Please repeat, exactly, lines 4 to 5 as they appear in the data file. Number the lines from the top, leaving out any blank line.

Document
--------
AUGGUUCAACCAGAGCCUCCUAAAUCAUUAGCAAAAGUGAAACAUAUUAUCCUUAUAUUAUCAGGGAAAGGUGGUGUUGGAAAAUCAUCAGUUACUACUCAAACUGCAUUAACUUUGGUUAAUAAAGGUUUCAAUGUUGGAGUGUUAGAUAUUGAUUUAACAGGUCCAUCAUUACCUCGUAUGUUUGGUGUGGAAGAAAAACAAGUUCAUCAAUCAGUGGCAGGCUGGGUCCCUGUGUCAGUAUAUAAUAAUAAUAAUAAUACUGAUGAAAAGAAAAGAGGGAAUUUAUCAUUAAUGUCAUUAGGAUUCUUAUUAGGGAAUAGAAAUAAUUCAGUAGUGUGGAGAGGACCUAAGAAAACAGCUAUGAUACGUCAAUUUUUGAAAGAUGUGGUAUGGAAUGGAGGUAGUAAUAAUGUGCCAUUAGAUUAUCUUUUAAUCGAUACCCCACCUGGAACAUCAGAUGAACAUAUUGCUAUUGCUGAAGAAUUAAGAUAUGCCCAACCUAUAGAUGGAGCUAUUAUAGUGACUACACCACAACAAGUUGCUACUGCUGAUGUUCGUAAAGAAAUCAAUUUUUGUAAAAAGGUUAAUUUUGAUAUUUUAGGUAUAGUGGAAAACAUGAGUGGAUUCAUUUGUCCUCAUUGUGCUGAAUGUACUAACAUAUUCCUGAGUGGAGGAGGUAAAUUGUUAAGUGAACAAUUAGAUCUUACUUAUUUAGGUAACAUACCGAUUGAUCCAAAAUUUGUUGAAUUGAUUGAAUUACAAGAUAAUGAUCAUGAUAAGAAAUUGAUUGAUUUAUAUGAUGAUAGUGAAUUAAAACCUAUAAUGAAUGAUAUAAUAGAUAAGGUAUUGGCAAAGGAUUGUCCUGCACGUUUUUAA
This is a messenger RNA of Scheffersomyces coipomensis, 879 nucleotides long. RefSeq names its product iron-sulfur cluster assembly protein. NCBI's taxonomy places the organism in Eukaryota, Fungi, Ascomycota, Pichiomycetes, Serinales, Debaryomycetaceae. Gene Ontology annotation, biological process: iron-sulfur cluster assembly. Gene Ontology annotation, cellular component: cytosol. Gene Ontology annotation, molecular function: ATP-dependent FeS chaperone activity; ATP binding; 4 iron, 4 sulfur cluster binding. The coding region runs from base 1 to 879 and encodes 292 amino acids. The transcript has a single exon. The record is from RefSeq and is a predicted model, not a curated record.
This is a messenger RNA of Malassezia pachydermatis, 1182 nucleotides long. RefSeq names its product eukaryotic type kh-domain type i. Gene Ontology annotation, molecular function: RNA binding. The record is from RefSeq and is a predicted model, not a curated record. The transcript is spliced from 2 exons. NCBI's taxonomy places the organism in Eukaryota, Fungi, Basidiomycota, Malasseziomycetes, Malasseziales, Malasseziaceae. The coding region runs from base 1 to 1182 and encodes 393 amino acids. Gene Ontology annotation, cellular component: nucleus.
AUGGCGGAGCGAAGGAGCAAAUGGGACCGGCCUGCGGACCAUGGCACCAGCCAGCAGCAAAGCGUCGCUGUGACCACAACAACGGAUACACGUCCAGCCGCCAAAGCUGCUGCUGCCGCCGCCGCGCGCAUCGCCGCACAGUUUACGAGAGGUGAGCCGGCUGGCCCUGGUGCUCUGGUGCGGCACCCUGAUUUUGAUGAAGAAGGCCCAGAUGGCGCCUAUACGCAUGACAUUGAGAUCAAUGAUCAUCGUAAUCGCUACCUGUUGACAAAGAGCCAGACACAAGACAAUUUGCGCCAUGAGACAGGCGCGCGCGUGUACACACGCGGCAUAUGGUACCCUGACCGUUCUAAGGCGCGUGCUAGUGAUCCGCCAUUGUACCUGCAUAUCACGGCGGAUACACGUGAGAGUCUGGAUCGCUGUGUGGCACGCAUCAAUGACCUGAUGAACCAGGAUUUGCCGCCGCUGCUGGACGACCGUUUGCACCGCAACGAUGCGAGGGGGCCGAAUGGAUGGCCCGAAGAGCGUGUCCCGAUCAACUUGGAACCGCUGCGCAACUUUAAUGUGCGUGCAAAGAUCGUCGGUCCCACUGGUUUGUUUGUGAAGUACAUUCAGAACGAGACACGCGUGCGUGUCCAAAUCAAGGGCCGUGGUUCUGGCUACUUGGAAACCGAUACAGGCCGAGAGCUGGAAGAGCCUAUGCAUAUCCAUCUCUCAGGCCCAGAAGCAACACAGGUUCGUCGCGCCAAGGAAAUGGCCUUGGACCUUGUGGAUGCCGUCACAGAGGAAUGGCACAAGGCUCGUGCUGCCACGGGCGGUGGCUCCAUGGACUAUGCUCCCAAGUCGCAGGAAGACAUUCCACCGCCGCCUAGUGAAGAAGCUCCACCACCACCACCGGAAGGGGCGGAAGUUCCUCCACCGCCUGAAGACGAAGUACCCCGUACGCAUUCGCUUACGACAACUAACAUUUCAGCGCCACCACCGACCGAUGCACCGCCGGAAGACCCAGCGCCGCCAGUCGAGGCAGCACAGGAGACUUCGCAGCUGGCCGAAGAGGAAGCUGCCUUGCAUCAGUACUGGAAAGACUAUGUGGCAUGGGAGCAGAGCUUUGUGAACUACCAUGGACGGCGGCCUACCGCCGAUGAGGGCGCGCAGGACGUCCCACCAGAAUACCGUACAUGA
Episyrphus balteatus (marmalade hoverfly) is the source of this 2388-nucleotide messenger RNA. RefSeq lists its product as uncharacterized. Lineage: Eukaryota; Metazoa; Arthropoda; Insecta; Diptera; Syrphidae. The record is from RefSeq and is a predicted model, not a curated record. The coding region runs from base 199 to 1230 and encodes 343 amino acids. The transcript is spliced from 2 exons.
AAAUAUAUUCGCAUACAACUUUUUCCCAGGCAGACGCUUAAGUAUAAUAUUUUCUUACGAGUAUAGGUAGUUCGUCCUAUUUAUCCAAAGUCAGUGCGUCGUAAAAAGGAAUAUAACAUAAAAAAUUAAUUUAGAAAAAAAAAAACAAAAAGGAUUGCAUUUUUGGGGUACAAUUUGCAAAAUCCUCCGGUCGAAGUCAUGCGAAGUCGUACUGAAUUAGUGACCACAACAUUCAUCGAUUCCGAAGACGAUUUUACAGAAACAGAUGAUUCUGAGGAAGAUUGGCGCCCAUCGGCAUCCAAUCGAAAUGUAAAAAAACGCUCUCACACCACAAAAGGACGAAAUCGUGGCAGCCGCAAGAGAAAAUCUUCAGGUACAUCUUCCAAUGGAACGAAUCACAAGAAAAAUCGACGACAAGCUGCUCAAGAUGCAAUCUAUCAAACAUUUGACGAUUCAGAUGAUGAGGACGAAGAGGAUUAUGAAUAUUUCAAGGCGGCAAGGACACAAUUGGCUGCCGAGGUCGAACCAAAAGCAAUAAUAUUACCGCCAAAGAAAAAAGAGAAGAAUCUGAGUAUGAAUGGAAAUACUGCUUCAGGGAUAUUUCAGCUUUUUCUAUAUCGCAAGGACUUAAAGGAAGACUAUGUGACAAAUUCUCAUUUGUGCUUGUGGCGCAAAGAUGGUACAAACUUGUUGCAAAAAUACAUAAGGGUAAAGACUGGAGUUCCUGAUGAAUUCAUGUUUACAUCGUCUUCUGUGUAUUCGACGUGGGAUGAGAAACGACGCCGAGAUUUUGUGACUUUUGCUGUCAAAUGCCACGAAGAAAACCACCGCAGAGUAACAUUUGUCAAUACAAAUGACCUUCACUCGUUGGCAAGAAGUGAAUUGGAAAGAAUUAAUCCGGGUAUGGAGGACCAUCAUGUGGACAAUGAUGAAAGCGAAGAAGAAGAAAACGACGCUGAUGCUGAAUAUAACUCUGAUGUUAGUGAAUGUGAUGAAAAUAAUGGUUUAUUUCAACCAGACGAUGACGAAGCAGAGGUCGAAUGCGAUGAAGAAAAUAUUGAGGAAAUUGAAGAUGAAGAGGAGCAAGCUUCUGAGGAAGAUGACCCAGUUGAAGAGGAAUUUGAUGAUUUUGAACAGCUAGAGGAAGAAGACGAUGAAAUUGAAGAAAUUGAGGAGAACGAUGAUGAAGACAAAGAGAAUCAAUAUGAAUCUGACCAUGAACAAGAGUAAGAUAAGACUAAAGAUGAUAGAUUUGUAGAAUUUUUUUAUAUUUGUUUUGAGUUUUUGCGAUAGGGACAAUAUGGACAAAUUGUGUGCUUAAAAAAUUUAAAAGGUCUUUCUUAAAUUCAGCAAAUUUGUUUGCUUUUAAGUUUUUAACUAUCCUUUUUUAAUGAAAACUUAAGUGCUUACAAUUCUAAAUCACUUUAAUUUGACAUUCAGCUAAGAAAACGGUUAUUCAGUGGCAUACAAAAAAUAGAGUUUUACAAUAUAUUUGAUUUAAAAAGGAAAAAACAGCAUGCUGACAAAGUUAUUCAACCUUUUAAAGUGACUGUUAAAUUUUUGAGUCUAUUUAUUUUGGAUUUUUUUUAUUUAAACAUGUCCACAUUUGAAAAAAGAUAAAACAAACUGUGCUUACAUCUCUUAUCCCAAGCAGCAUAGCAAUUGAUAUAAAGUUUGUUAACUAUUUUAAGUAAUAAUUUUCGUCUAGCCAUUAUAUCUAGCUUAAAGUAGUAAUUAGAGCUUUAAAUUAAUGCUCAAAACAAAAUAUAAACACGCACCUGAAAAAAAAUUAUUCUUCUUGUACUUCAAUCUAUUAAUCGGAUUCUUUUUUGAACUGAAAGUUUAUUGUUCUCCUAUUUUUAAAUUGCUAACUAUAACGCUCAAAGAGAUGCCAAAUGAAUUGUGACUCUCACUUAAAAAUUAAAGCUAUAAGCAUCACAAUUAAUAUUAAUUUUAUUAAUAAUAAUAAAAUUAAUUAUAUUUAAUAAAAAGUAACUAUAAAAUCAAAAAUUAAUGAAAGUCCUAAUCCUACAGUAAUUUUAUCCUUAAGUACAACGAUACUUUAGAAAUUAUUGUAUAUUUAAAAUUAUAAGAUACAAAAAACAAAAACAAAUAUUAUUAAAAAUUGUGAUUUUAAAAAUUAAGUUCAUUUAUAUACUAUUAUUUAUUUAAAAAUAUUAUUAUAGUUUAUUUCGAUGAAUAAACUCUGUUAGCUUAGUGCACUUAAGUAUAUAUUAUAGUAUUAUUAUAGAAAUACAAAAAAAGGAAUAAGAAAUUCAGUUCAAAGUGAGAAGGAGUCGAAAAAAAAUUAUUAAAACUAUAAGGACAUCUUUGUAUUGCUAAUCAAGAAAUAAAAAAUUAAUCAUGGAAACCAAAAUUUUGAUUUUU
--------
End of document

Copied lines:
AUGGCGGAGCGAAGGAGCAAAUGGGACCGGCCUGCGGACCAUGGCACCAGCCAGCAGCAAAGCGUCGCUGUGACCACAACAACGGAUACACGUCCAGCCGCCAAAGCUGCUGCUGCCGCCGCCGCGCGCAUCGCCGCACAGUUUACGAGAGGUGAGCCGGCUGGCCCUGGUGCUCUGGUGCGGCACCCUGAUUUUGAUGAAGAAGGCCCAGAUGGCGCCUAUACGCAUGACAUUGAGAUCAAUGAUCAUCGUAAUCGCUACCUGUUGACAAAGAGCCAGACACAAGACAAUUUGCGCCAUGAGACAGGCGCGCGCGUGUACACACGCGGCAUAUGGUACCCUGACCGUUCUAAGGCGCGUGCUAGUGAUCCGCCAUUGUACCUGCAUAUCACGGCGGAUACACGUGAGAGUCUGGAUCGCUGUGUGGCACGCAUCAAUGACCUGAUGAACCAGGAUUUGCCGCCGCUGCUGGACGACCGUUUGCACCGCAACGAUGCGAGGGGGCCGAAUGGAUGGCCCGAAGAGCGUGUCCCGAUCAACUUGGAACCGCUGCGCAACUUUAAUGUGCGUGCAAAGAUCGUCGGUCCCACUGGUUUGUUUGUGAAGUACAUUCAGAACGAGACACGCGUGCGUGUCCAAAUCAAGGGCCGUGGUUCUGGCUACUUGGAAACCGAUACAGGCCGAGAGCUGGAAGAGCCUAUGCAUAUCCAUCUCUCAGGCCCAGAAGCAACACAGGUUCGUCGCGCCAAGGAAAUGGCCUUGGACCUUGUGGAUGCCGUCACAGAGGAAUGGCACAAGGCUCGUGCUGCCACGGGCGGUGGCUCCAUGGACUAUGCUCCCAAGUCGCAGGAAGACAUUCCACCGCCGCCUAGUGAAGAAGCUCCACCACCACCACCGGAAGGGGCGGAAGUUCCUCCACCGCCUGAAGACGAAGUACCCCGUACGCAUUCGCUUACGACAACUAACAUUUCAGCGCCACCACCGACCGAUGCACCGCCGGAAGACCCAGCGCCGCCAGUCGAGGCAGCACAGGAGACUUCGCAGCUGGCCGAAGAGGAAGCUGCCUUGCAUCAGUACUGGAAAGACUAUGUGGCAUGGGAGCAGAGCUUUGUGAACUACCAUGGACGGCGGCCUACCGCCGAUGAGGGCGCGCAGGACGUCCCACCAGAAUACCGUACAUGA
Episyrphus balteatus (marmalade hoverfly) is the source of this 2388-nucleotide messenger RNA. RefSeq lists its product as uncharacterized. Lineage: Eukaryota; Metazoa; Arthropoda; Insecta; Diptera; Syrphidae. The record is from RefSeq and is a predicted model, not a curated record. The coding region runs from base 199 to 1230 and encodes 343 amino acids. The transcript is spliced from 2 exons.